“O Lord, Lord, King who rulest over all things, for the universe is in thy power and there is no one who can oppose thee if it is thy will to save Israel. . . . Thou knowest, O Lord, that it was not insolence or pride or for any love of glory that I . . . refused to bow down to this proud Haman. For I would have been willing to kiss the soles of his feet to save Israel. . . . O Lord God and King, God of Abraham, spare thy people: for the eyes of our foes are upon us to annihilate us, and they desire to destroy the inheritance that has been thine from the beginning. . . . Hear my prayer, and have mercy upon thy inheritance; turn our mourning into feasting, that we may live and sing praise to thy name” (13:1-17 RSV).
The feast of Purim is celebrated as a reminder of the deliverance of the Jews from the evil Haman. “It is no great leap,” write John Bergsma and Brant Pitre in A Catholic Introduction to the Bible, “to see in the wickedness of Haman the Agagite a negative prefiguration of the powerful persecutors who would wage sometimes seemingly irrational (but always bloodthirsty) war against the people of God in this world. . . . This hatred is ultimately driven by a kind of spiritual envy, which covets the worship and honor that are due to God alone, in the spirit of the Antichrist figure that the apostle Paul will refer to as ‘the son of perdition,’ who opposes the worship of anything but himself (2 Thess. 2:3-4).”
Here is the heart of the heathen “mystery of iniquity” (2 Thess. 2:7): whether fifth-columnist religious enemies of the Church or international military enemies of the Church, the barbarians share the same motivation: to replace God — in effect, to abolish the First Commandment, for they trust, not in the God of the Bible, but in their own fierceness.
The Gospel for the Mass Against the Heathens is taken from Luke (11:5-13), in which we are taught about praying perseveringly. Our salvation and our spiritual security are not won finally by a single act at a single time (cf. CCC, n. 2092; Gal. 6:9, Phil. 2:12-13; 2 Peter 2:20), but by lifelong conversion.
Both the Secret Prayer and the Postcommunion Prayer refer to Catholics as God’s champions. The Postcommunion Prayer asks God to “defend Thy champions from peril of the heathen,” but counseling us that we must be spiritually prepared and morally worthy to serve as God’s champions. The Gradual and Alleluia pray: “Let [the Gentiles] know that the Lord is your name: you alone art the most High over all the earth. O, my God, make them like a wheel; and as stubble before the wind” (Psalm 82:19, 14 DRB). The Revised Standard Version of that petition is “O my God, make them like whirling dust, like chaff before the wind” (83:13).


This, then, is not an appeal for a new herem or ban; nor is it an implicit call for a new Sodalitium Pianum — started by Msgr. Umberto Benigni to spy on clerics thought to be modernists. Disbanded in 1921, there is debate among scholars about the extent to which Pope St. Pius X may have known about, or endorsed, it.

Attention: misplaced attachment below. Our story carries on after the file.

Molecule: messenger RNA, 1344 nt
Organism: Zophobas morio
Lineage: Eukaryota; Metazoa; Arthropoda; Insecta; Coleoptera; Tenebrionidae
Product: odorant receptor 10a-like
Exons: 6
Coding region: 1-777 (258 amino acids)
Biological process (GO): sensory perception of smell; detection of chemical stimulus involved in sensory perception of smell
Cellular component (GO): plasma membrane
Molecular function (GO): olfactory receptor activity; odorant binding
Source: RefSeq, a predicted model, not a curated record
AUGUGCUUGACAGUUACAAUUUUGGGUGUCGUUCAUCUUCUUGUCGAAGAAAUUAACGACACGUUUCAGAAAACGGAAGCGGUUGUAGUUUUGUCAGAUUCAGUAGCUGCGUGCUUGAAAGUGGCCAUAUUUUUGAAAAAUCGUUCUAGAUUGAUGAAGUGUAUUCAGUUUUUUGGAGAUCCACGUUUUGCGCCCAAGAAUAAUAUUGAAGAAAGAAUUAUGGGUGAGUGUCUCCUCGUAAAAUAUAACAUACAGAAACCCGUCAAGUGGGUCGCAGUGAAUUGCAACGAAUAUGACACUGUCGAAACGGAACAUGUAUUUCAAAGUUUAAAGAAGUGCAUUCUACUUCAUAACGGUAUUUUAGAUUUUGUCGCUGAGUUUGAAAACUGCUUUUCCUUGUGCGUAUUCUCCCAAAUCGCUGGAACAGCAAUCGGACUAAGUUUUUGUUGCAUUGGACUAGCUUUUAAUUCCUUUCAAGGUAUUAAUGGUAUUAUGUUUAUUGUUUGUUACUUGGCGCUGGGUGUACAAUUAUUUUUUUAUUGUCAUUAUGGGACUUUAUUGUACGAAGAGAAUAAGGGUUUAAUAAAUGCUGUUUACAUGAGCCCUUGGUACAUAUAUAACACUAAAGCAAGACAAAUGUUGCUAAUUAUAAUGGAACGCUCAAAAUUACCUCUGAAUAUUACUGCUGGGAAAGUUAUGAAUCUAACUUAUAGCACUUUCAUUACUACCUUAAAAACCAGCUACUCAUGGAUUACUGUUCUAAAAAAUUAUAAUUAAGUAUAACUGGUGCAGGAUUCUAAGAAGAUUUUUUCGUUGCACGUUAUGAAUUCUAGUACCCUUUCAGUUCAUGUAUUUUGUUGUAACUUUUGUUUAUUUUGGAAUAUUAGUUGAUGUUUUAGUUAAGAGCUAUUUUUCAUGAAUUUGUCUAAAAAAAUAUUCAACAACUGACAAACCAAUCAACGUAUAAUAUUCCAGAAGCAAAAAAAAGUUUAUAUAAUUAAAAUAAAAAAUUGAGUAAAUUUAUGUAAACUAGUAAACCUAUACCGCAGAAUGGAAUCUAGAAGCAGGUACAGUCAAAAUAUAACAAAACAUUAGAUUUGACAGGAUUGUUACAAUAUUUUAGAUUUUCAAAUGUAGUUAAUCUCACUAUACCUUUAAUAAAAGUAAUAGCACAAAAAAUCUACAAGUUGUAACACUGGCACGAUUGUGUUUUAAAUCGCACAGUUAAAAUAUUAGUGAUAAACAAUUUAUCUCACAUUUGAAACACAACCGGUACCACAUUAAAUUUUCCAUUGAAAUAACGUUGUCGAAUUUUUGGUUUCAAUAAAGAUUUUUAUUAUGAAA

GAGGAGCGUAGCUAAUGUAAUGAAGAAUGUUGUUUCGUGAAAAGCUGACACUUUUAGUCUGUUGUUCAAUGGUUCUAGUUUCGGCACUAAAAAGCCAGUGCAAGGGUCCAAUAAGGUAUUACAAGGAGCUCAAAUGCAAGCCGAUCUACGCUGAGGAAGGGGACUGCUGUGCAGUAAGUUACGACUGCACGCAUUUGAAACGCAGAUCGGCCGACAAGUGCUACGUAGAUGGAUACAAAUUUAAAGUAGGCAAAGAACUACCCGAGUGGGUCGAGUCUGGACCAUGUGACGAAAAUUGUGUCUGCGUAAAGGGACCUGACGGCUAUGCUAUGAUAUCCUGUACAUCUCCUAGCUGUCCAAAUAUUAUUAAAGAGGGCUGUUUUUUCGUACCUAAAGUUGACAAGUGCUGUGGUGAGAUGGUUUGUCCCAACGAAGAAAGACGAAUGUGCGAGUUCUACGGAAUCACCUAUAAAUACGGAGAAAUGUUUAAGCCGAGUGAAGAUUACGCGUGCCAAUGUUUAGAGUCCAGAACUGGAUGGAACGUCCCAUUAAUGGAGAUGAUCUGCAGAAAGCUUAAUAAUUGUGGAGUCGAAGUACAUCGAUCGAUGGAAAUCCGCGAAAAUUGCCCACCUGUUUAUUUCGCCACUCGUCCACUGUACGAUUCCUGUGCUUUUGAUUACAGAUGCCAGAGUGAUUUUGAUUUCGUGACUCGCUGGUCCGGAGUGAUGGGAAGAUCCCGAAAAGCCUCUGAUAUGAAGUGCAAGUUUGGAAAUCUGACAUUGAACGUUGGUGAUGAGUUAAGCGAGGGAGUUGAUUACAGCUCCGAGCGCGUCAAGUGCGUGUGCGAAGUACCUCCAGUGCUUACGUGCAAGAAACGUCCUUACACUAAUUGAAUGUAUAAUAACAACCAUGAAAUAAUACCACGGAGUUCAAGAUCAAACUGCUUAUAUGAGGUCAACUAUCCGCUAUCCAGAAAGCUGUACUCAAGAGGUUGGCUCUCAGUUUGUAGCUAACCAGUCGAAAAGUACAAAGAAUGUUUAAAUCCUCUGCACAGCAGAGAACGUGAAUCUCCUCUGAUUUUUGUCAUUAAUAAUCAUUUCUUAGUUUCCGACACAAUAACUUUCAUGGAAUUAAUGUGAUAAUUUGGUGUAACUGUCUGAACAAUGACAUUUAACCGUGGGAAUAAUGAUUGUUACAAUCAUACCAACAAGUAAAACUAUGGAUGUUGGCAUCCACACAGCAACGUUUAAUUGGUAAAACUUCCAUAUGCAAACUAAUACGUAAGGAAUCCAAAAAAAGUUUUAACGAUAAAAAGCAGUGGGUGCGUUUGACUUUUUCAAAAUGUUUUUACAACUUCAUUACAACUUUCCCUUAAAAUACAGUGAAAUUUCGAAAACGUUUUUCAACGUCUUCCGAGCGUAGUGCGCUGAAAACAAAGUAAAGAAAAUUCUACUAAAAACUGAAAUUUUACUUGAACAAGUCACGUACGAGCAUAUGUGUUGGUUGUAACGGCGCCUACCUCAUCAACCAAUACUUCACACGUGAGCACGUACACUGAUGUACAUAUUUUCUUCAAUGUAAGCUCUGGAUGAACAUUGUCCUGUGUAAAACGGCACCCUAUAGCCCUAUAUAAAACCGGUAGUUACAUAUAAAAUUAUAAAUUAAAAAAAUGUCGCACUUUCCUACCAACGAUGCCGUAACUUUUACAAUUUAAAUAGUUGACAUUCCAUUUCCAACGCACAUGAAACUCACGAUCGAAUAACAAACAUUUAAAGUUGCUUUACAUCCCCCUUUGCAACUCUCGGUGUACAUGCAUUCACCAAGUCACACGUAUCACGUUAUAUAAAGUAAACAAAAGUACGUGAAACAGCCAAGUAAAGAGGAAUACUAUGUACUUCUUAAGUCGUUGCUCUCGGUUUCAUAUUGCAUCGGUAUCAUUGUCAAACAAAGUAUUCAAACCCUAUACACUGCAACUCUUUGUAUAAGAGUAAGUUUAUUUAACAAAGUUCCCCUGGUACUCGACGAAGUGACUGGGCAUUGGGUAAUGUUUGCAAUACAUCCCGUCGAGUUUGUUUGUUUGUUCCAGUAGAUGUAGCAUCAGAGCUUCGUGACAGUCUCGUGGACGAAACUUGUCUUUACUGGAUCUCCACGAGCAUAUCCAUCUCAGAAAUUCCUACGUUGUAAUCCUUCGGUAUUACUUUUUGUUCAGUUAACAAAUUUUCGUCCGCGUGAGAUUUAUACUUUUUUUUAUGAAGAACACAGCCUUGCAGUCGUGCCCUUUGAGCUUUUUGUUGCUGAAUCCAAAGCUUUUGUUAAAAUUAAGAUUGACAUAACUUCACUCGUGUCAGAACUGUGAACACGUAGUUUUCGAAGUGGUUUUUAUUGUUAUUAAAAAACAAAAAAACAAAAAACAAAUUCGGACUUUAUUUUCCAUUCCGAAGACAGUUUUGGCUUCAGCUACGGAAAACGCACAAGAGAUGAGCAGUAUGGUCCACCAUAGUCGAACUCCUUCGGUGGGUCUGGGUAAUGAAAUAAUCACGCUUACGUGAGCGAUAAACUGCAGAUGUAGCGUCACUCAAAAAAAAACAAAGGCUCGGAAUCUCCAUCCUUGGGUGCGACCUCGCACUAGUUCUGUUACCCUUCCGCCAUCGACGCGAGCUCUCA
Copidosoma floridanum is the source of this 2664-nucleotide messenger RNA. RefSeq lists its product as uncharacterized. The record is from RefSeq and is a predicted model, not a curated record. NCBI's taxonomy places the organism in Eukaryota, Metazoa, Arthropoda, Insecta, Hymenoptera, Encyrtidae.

It is, though, crucial that Catholics recognize that the Church has many, and influential, enemies both outside and inside the Church; that we are not without powerful spiritual weapons, principally the rosary, to resist the aggression of those enemies; and that we have, as well, the holy “Mass for the Defense of the Church,” which ought to be offered against the barbarians — the heathens — who menace millions of the souls, minds, and bodies today.
But have the barbarians won? If we accustom ourselves only to secular views and tools (for example, the modern media), I fear that they have won — for the time being. But despair is not of God, and we must never forget our Lord’s promise (Matt. 28:20, John 16:33, CCC, n. 2091).
We have spent almost our entire lives as “comfortable Catholics,” relatively safe in our convictions and secure in our persons. Those who did not desire to conform to the teachings of the faith but who nonetheless wanted to claim it became “cafeteria Catholics,” choosing which teachings to follow when such instruction was to their liking.
Now, though, we must become “combative Catholics” — God’s “champions,” as the Mass Against the Heathens calls us — praying fervently for “a special strength of the Holy Spirit to spread and defend the faith by word and action as true witnesses of Christ, to confess the name of Christ boldly, and never to be ashamed of the Cross” (CCC, n. 1303). That is the way to moral restoration; that is the way to political prudence (Tobit 13:6; 2 Chron. 7:14); that is the way to the tranquility of order.

The Postcommunion Prayer of the Mass Against the Heathen:

Look upon us, O Lord, our protector,
And defend Thy champions from peril of the heathen,
So that by the removal of all disturbance,
They may serve Thee with free minds.

We are — and must be — a Church in resistance, and, similarly, our leaders must be the salt of the earth (“a person or group of people with great kindness, reliability, or honesty”‘; cf. Matt. 5:13). When that salt loses its flavor — when God’s champions turn “cowardly, faithless, and polluted” (cf. Rev. 21:8 RSV) — will we have the clarity of vision to discern that?
Will we have the prudence to understand that we have enemies intent upon destruction of the good, the true, and the beautiful and the perversion of what is holy? Will we finally have the strength of character to pray publicly in the Mass Against the Heathens for the conversion of the barbarians?
Precedent for this is in the Leonine Prayers said after every Low Mass. First ordered by Pope Leo XIII for the liberty and exaltation of Holy Mother Church, Pope Pius XI in 1930 changed their original intention, ordering them said for Russia.
It is not too much, to be sure, to think that today after every Mass — Extraordinary Form or Ordinary Form — we should be saying prayers for the conversion of all heathens. That will not be politically correct. What saves souls, after all, is rarely “politically correct.” As we read in the Epistle of St. James: “Whoever wishes to be a friend of the world makes himself an enemy of God” (4:4).
Philip Lawler in The Faithful Departed seems to recall the test of Gamaliel (Acts 5:8-39): “If the Catholic Church is nothing more than a human institution, it will not survive beyond the next generation or two. But then, if the Catholic Church is only a human institution, it does not deserve to survive. If, however, the Church is an institution founded by God — if it is the living Body of Christ — then she will certainly survive and flourish in spite of all earthly handicaps.”